Leaving Morelia after a delicious meal, our friends grabbed a hotel and we drove out toward el campo in the dark, searching for a place to call home for the night.
We located a little turn-off, which led to a rise where we parked under a tree growing next to a corn field. We all climbed in to bed and slept peacefully for the night.
In the morning, workers arrived early and spotted our truck. It wasn't long until word reached el dueno (the owner), and he came for himself to check it out.
Greg chatted with him, explained that we were driving late last night and just stopped where we could to sleep.
"No problem!" he told us. "Stay as long as you want. Do you want some tequila?' (Hmmm, it's only 8:30 a.m...)
We declined on the tequila (not because of the hour), but languidly enjoyed our morning in the shade of his large tree.
When we were ready for the day and had eaten our breakfast, we drove toward the city of Hidalgo to do some grocery shopping.
We opted to stop at Bodega Aurrera, thinking it was a nice local supermarket. But while searching through the produce I noticed pallets that said "For use by Walmart only"
Curse you Walmart! Why have you infiltrated these countries, taking business away from local farmers and producers, and permeating the people with American culture and consumerism?
You fill your stores with so many bright, shiny and beautiful things, it makes people want to buy them. But they're expensive - the beautiful clothes, the fancy furniture and electronics. How can they ever afford it?
"Don't worry", you say, "We offer easy financing!" Yes, I know Walmart, I was approached several times by your wandering salesmen, encouraging me to get qualified for your credit. Oh, you are sly, very sly.
Now people around the world can live beyond their means, just like they do in the States! Yippee!
They can go into debt too, and own all these wonderful things that you're providing that they really can't afford. Oh happy day!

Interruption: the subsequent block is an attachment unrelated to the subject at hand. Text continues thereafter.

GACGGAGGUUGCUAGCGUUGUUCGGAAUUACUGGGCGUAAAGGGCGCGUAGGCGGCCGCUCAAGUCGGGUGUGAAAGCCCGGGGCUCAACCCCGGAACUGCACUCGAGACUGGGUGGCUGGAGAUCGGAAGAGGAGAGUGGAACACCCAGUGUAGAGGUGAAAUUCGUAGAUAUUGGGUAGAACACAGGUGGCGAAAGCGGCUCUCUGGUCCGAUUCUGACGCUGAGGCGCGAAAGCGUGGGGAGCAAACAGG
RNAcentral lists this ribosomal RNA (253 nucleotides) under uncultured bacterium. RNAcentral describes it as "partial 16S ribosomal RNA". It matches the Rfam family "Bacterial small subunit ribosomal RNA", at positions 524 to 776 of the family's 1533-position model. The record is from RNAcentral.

Okay, I'm back from my rant about Walmart. Despite my discovery that this store was owned by Walmart, we finished our shopping there anyway. We purchased a cart for of fruit, returned to the parking lot, pulled out our kitchen, and created one of the best fruit salads ever for lunch. Yum!
Our friends met up with us at Walmart aka Bodega Aurrera, and after our heavenly lunch, we set out together toward Ocompo, where tomorrow we planned to visit the Monarch Reserve.
As we neared Ocompo, there was a turn off toward Anangueo, which we took to search out some food, and so our friends could find a hotel.
We spent the evening meandering around the square and then eating at a restaurant across the street. We ate some soup. One was basically pasta with sauce, the other chili and nopal - cactus (that was actually really good). The soup was $10 pesos each.
We also got a couple of tortas - sandwiches in Mexico - one with bacon, hot dogs, mayonnaise, avocado, tomato; the other with ham, cheese and pineapple.
The food was great, but the company was terrible - a large screen t.v. playing a Latin soap opera, which I'm sorry, are ridiculously cheesy. This one was also violent. The children stared at it like moths to a flame, until Greg finally asked the owner to turn it off.
Then we drove to Ocompo, with arrangements to meet our friends in the morning. We followed the road toward the butterfly reserve, pulling off when we found a suitable road, just in time to catch the last of a beautiful sunset before bed.
Tomorrow we'll see the butterflies.
Ahhh, what a wonderful life.
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